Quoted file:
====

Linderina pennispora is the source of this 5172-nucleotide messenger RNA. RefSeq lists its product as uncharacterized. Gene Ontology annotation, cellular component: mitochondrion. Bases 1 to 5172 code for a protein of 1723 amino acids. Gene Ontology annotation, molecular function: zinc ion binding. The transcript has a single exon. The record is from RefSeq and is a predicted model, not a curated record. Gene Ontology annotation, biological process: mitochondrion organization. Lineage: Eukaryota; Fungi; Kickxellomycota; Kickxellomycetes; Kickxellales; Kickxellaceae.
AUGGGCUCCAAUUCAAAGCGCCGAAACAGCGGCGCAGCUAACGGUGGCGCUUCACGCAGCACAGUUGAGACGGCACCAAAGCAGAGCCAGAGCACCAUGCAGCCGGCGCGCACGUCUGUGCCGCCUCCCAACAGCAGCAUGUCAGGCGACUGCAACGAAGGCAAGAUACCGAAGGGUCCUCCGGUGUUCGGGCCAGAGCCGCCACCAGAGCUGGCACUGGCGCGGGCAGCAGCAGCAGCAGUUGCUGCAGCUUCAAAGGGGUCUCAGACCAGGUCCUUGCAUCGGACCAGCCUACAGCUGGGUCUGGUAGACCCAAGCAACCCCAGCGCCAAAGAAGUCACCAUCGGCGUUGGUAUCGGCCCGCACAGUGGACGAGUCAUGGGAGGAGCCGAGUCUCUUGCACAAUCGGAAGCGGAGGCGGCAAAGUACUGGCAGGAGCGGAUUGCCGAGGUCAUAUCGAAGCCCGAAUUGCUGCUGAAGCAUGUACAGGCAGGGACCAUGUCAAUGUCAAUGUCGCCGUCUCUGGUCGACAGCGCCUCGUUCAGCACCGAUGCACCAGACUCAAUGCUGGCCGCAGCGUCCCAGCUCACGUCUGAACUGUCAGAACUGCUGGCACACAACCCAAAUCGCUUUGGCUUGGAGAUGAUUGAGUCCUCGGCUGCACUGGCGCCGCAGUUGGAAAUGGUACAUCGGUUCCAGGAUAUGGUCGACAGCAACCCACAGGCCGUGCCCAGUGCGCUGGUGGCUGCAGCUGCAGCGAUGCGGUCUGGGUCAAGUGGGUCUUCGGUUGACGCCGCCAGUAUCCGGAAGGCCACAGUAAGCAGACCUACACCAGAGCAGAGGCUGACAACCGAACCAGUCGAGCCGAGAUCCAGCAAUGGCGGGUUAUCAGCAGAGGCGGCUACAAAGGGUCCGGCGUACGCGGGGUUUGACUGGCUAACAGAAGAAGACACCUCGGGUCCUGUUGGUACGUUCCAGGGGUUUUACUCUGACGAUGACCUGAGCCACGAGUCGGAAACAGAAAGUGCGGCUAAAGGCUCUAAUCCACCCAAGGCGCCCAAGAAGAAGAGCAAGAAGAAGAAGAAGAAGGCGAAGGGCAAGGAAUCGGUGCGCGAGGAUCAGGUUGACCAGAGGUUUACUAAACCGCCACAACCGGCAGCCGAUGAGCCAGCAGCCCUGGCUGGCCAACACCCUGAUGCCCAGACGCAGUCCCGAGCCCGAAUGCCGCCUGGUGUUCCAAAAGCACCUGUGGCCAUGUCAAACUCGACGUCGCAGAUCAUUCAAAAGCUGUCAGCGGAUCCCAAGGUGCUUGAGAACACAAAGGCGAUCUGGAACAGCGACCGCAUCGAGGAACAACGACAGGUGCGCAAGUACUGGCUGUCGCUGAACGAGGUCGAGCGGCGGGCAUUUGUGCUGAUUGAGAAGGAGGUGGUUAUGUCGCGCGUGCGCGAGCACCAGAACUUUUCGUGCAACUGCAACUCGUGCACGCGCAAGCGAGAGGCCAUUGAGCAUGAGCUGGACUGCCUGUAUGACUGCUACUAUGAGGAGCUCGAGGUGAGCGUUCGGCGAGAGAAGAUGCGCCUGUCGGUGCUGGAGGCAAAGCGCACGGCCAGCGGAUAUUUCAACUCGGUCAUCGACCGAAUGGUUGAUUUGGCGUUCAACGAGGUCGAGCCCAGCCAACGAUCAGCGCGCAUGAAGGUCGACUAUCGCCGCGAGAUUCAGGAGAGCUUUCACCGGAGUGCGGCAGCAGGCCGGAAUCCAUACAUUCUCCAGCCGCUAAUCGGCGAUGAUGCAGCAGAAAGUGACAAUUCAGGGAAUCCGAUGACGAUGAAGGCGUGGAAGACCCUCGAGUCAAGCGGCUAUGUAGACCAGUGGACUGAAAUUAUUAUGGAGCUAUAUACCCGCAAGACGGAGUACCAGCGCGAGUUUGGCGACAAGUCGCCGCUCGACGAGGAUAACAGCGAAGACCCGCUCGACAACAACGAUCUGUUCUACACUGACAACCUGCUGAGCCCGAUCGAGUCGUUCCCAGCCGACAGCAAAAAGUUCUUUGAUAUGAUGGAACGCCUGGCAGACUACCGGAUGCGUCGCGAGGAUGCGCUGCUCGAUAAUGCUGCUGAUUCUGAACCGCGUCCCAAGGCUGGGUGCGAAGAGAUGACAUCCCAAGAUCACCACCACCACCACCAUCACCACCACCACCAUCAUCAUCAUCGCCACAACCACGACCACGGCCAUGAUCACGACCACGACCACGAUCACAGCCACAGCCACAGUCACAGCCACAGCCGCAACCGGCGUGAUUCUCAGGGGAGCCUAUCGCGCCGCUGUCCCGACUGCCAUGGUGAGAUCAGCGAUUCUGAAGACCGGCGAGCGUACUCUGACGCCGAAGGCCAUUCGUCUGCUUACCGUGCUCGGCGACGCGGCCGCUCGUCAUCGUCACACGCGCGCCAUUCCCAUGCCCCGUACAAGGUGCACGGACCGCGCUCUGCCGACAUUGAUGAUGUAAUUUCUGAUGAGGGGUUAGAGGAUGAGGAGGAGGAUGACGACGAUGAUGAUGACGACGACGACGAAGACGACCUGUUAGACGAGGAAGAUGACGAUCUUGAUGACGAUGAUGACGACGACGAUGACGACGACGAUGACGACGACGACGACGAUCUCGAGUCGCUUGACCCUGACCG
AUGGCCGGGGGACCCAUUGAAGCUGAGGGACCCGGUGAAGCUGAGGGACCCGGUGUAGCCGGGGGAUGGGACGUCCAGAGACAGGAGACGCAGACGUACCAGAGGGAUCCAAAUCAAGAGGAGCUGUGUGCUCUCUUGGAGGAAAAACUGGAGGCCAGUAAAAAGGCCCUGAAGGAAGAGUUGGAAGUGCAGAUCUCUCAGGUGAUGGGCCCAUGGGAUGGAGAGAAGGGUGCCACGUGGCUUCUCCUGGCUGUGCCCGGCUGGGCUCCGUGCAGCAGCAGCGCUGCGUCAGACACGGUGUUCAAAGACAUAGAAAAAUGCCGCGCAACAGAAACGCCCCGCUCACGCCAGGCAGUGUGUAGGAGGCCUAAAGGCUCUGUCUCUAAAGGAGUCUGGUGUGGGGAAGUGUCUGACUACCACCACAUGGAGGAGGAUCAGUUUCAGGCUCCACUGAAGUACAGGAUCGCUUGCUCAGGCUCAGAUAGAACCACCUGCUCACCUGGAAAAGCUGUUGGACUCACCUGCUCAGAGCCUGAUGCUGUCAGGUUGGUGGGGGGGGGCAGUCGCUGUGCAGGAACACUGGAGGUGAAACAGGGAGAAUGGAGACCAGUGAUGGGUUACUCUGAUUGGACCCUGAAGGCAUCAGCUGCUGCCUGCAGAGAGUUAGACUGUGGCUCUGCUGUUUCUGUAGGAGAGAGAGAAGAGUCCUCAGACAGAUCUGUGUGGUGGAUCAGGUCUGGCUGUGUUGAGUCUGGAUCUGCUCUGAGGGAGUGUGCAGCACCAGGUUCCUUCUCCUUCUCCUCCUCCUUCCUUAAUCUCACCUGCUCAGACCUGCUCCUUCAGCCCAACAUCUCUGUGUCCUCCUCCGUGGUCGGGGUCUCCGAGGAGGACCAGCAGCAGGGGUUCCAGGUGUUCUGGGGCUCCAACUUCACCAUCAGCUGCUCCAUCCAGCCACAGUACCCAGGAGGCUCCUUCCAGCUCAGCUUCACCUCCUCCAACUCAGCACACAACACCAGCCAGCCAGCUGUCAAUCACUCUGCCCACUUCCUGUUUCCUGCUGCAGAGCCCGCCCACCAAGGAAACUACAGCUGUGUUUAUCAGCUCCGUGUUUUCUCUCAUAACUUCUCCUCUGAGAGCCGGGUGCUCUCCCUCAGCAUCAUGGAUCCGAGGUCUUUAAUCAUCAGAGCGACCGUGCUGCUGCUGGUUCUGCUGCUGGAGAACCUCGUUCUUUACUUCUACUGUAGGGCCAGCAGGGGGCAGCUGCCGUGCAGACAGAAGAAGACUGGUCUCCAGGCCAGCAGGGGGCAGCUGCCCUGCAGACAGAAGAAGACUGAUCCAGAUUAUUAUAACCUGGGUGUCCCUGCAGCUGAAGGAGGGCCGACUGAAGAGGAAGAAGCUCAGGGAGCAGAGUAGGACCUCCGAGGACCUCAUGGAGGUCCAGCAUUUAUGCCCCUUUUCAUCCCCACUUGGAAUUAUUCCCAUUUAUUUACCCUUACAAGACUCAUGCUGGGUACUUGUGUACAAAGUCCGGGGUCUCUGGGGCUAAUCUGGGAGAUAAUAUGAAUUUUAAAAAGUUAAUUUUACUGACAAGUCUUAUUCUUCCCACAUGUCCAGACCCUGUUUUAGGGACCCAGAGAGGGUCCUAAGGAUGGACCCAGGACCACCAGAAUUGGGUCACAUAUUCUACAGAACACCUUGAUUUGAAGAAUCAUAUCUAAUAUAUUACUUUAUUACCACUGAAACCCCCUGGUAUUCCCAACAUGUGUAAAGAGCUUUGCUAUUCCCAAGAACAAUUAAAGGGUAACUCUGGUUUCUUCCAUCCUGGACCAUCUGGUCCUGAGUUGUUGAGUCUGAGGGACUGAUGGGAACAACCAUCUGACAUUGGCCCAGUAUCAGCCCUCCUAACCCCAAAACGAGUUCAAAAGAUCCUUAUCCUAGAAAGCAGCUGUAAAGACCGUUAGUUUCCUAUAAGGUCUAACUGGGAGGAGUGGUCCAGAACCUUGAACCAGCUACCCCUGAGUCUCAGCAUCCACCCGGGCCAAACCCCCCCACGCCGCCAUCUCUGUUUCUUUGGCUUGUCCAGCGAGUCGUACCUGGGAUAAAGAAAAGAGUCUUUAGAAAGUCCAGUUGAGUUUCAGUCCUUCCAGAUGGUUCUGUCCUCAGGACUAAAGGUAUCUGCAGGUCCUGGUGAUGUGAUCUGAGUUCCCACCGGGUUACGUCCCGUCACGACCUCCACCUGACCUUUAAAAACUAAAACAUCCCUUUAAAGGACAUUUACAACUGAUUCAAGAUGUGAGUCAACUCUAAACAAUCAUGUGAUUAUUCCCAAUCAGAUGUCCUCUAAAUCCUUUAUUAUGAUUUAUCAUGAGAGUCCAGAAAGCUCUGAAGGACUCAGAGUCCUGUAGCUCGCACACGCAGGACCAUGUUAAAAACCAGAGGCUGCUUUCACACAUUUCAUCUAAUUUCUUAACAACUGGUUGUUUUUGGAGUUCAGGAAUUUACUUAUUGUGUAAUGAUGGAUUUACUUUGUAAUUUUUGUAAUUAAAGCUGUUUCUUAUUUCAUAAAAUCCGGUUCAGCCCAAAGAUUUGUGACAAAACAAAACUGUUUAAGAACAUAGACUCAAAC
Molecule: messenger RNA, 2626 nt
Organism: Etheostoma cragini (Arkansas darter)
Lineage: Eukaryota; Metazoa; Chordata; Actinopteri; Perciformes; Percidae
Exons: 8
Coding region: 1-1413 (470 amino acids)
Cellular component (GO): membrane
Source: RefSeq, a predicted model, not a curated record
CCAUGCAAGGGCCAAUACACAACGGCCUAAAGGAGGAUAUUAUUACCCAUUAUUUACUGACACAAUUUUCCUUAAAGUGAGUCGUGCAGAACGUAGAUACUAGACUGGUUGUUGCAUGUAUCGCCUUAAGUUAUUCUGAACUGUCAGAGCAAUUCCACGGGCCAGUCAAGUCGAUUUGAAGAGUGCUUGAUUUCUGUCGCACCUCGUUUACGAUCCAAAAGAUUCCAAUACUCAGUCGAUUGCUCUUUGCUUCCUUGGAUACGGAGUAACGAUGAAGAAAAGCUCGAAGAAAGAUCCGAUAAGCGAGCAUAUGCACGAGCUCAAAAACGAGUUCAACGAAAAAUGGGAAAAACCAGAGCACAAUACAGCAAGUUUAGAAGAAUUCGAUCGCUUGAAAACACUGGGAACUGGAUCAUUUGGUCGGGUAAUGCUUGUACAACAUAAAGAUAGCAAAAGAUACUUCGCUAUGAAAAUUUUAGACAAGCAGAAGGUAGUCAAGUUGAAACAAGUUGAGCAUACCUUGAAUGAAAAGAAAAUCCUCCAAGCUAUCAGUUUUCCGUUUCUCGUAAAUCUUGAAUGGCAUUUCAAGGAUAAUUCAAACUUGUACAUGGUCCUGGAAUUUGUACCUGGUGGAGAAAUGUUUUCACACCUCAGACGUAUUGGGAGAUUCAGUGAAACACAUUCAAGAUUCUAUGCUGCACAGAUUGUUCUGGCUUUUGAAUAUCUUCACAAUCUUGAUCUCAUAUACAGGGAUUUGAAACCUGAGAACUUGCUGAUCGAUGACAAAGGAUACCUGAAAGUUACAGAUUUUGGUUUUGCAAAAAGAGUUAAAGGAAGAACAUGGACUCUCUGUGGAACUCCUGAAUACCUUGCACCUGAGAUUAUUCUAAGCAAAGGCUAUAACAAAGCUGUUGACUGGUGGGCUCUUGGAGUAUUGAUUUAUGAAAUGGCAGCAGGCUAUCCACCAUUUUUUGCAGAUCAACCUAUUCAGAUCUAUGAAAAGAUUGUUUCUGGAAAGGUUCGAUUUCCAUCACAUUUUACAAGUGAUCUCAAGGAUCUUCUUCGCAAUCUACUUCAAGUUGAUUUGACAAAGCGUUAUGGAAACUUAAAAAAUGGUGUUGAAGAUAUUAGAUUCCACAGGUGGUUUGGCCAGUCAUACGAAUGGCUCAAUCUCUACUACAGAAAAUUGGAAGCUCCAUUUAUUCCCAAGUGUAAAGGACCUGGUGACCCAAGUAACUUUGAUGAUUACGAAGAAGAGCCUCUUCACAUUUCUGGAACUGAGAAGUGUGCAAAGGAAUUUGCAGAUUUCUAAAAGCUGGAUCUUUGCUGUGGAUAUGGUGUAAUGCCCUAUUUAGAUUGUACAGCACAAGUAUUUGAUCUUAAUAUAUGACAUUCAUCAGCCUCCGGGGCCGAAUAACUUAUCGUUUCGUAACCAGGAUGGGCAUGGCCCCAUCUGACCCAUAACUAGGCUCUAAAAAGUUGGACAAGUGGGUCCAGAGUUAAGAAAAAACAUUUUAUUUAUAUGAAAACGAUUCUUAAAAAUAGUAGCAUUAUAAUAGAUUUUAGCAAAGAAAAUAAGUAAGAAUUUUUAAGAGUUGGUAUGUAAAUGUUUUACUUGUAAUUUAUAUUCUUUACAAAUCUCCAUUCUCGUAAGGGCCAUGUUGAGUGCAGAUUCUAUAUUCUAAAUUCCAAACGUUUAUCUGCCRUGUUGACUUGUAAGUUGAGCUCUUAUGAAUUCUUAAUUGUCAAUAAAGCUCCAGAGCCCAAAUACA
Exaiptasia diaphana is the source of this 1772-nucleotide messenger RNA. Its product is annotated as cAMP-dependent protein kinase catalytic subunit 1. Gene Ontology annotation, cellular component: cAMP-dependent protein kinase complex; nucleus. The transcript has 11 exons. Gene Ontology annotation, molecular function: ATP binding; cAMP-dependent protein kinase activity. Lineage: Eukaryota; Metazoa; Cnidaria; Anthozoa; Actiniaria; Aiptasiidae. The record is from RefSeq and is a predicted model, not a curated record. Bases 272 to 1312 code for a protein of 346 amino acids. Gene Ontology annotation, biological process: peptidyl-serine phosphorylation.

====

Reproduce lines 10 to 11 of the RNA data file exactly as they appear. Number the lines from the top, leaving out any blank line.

Source: RefSeq, a predicted model, not a curated record
CCAUGCAAGGGCCAAUACACAACGGCCUAAAGGAGGAUAUUAUUACCCAUUAUUUACUGACACAAUUUUCCUUAAAGUGAGUCGUGCAGAACGUAGAUACUAGACUGGUUGUUGCAUGUAUCGCCUUAAGUUAUUCUGAACUGUCAGAGCAAUUCCACGGGCCAGUCAAGUCGAUUUGAAGAGUGCUUGAUUUCUGUCGCACCUCGUUUACGAUCCAAAAGAUUCCAAUACUCAGUCGAUUGCUCUUUGCUUCCUUGGAUACGGAGUAACGAUGAAGAAAAGCUCGAAGAAAGAUCCGAUAAGCGAGCAUAUGCACGAGCUCAAAAACGAGUUCAACGAAAAAUGGGAAAAACCAGAGCACAAUACAGCAAGUUUAGAAGAAUUCGAUCGCUUGAAAACACUGGGAACUGGAUCAUUUGGUCGGGUAAUGCUUGUACAACAUAAAGAUAGCAAAAGAUACUUCGCUAUGAAAAUUUUAGACAAGCAGAAGGUAGUCAAGUUGAAACAAGUUGAGCAUACCUUGAAUGAAAAGAAAAUCCUCCAAGCUAUCAGUUUUCCGUUUCUCGUAAAUCUUGAAUGGCAUUUCAAGGAUAAUUCAAACUUGUACAUGGUCCUGGAAUUUGUACCUGGUGGAGAAAUGUUUUCACACCUCAGACGUAUUGGGAGAUUCAGUGAAACACAUUCAAGAUUCUAUGCUGCACAGAUUGUUCUGGCUUUUGAAUAUCUUCACAAUCUUGAUCUCAUAUACAGGGAUUUGAAACCUGAGAACUUGCUGAUCGAUGACAAAGGAUACCUGAAAGUUACAGAUUUUGGUUUUGCAAAAAGAGUUAAAGGAAGAACAUGGACUCUCUGUGGAACUCCUGAAUACCUUGCACCUGAGAUUAUUCUAAGCAAAGGCUAUAACAAAGCUGUUGACUGGUGGGCUCUUGGAGUAUUGAUUUAUGAAAUGGCAGCAGGCUAUCCACCAUUUUUUGCAGAUCAACCUAUUCAGAUCUAUGAAAAGAUUGUUUCUGGAAAGGUUCGAUUUCCAUCACAUUUUACAAGUGAUCUCAAGGAUCUUCUUCGCAAUCUACUUCAAGUUGAUUUGACAAAGCGUUAUGGAAACUUAAAAAAUGGUGUUGAAGAUAUUAGAUUCCACAGGUGGUUUGGCCAGUCAUACGAAUGGCUCAAUCUCUACUACAGAAAAUUGGAAGCUCCAUUUAUUCCCAAGUGUAAAGGACCUGGUGACCCAAGUAACUUUGAUGAUUACGAAGAAGAGCCUCUUCACAUUUCUGGAACUGAGAAGUGUGCAAAGGAAUUUGCAGAUUUCUAAAAGCUGGAUCUUUGCUGUGGAUAUGGUGUAAUGCCCUAUUUAGAUUGUACAGCACAAGUAUUUGAUCUUAAUAUAUGACAUUCAUCAGCCUCCGGGGCCGAAUAACUUAUCGUUUCGUAACCAGGAUGGGCAUGGCCCCAUCUGACCCAUAACUAGGCUCUAAAAAGUUGGACAAGUGGGUCCAGAGUUAAGAAAAAACAUUUUAUUUAUAUGAAAACGAUUCUUAAAAAUAGUAGCAUUAUAAUAGAUUUUAGCAAAGAAAAUAAGUAAGAAUUUUUAAGAGUUGGUAUGUAAAUGUUUUACUUGUAAUUUAUAUUCUUUACAAAUCUCCAUUCUCGUAAGGGCCAUGUUGAGUGCAGAUUCUAUAUUCUAAAUUCCAAACGUUUAUCUGCCRUGUUGACUUGUAAGUUGAGCUCUUAUGAAUUCUUAAUUGUCAAUAAAGCUCCAGAGCCCAAAUACA